In the Separate Juvenile Court of Douglas County, Nebraska
In re of Miller, a minor
Cindi Miller, Mother, Pro Se litigant
Katrine, GAL for child
Comes now Cindi , mother of Miller, in a motion to dismiss with prejudice due to the following acts of fraud upon the court as well as numerous other violations and malfeasance by the state worker Jill and the G.A.L. Katrine.
Jill submitted a sworn affidavit claiming last known address for Mother was at 1626 Victor in Omaha on September 20, 2016 at an evidentiary hearing to suspend mothers visits based on false allegations of ¨threats to service providers¨ after stating she was planning to take them to court to sue for violating the entire families rights. This was done to prove the attempted proper service to inform the mother of the hearing date and time had failed due to incorrect address. Jill committed perjury in this sworn affidavit as evidenced by an email from the GAL on the same day, September 20, 2016, stating if Park Ave was not current address that mother needed to notify Jill of the change. Visits had been approved just a couple weeks prior at the then current address mentioned by the GAL. Jill also had a meeting with the mother at her previous home on 25 and Marcy, (months after moving from victor st) in November of 2015. This denied due process and right to a fair hearing and to present evidence and cross-examine the 3 witnesses who testified against her that day. Mother was never aware of this hearing prior to, and was denied a right to a fair hearing by fraud upon the court and malicious acts of the G.A.L. and Jill in an attempt to destroy the relationship between mother and child. Mother repeatedly asked for this court order numerous times (email evidence) only to be ignored by all parties. Sarah, a supervisor, in an attempt to avoid having a family team meeting at the mother’s house as she requested, provided the mother with these orders only to show that safety concerns required the meeting to be in a public, neutral place. Upon examination, the mother discovered the perjured sworn affidavit made by Jill. The mother has been belligerently asserting that these acts of the state have been depriving her of many rights she is guaranteed from the beginning to no avail only to be ignored and then blamed for what she tried bringing to everyone’s attention months prior.
Federal Rule 6(B) Grounds for Relief from a Final Judgment, Order, or Proceeding. On motion and just terms, the court may relieve a party or its legal representative from a final judgment, order, or proceeding for the following reasons:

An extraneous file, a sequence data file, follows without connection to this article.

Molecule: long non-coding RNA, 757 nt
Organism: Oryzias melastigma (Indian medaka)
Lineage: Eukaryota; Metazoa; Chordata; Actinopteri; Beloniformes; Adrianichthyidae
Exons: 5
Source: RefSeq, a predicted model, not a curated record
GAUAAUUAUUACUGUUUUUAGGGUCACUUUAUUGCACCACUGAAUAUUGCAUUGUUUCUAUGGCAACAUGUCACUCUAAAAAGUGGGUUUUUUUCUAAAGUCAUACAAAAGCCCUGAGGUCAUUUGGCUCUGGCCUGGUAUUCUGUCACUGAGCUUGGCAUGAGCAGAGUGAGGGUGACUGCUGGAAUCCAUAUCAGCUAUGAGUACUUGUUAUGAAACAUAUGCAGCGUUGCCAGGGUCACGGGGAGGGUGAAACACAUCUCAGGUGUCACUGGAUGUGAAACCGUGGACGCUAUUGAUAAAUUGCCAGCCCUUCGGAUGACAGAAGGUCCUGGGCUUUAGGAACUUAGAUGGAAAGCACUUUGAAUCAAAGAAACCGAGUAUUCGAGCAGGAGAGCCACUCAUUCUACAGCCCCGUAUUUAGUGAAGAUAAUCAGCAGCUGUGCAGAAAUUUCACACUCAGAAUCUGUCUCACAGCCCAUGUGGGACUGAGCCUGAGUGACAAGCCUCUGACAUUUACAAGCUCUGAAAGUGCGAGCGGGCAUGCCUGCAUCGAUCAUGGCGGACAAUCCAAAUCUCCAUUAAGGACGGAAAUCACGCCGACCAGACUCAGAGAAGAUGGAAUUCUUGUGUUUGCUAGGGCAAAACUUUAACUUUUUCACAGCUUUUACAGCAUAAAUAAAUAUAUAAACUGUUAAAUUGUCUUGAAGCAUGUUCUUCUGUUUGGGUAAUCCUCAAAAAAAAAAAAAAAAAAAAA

(1) mistake, inadvertence, surprise, or excusable neglect; (2) newly discovered evidence that, with reasonable diligence, could not have been discovered in time to move for a new trial under Rule 59(b); (3) fraud (whether previously called intrinsic or extrinsic), misrepresentation, or misconduct by an opposing party; (4) the judgment is void; (5) the judgment has been satisfied, released, or discharged; it is based on an earlier judgment that has been reversed or vacated; or applying it prospectively is no longer equitable; or (6) any other reason that justifies relief.
The state and other parties involved have deliberately planned and executed a plot to defraud the mother and child as well as the juvenile court in this matter. This case has included the following acts of malfeasance or violation of law and rights of both mother and daughter;
- Abuse of discretion
- Abuse of power
- Neglect to prevent
- Lack of due diligence
- Conspiracy to rights
- Malicious prosecution
- Bias from Trier of fact (Judge Daniels)
- Reckless disregard for the truth
- Invasion of right to private family life
- willful ignorance
- Inadequate or insufficient representation (due to mothers public defender not presenting evidence given to her by mother at trial for that purpose and resting without doing so, as well as not cross-examining mary regarding the IDI that appears to have different signatures, different letterheads, different information contained yet admitted as one exhibit, #11)
C (Uhring v. Uhring 241 Neb 368, 375 (1992)
When a person has a right to be heard, procedural due process includes notice to the person whose right is affected by a proceeding, that is timely notice reasonably calculated to inform the person concerning the subject and issues involved in the proceedings; a reasonable opportunity to refute or defend against a charge or accusation; a reasonable opportunity to confront and cross-examine adverse witnesses and present evidence on the charge or accusation; representation by counsel, when such is required by constitution or statute; and a hearing before an impartial decision-maker. In re Interest of L.V., 240 Neb. 404, 413 (1992).
The First District has provided the standard for dismissal for fraud on the court: A trial judge has the inherent authority to dismiss actions based on fraud and collusion. The requisite fraud on the court occurs when it can be demonstrated, clearly and convincingly, that a party has sentiently set in motion some unconscionable scheme calculated to interfere with the judicial system’s ability impartially to adjudicate a matter by improperly influencing the trier of fact or unfairly hampering the presentation of the opposing party’s claim or defense.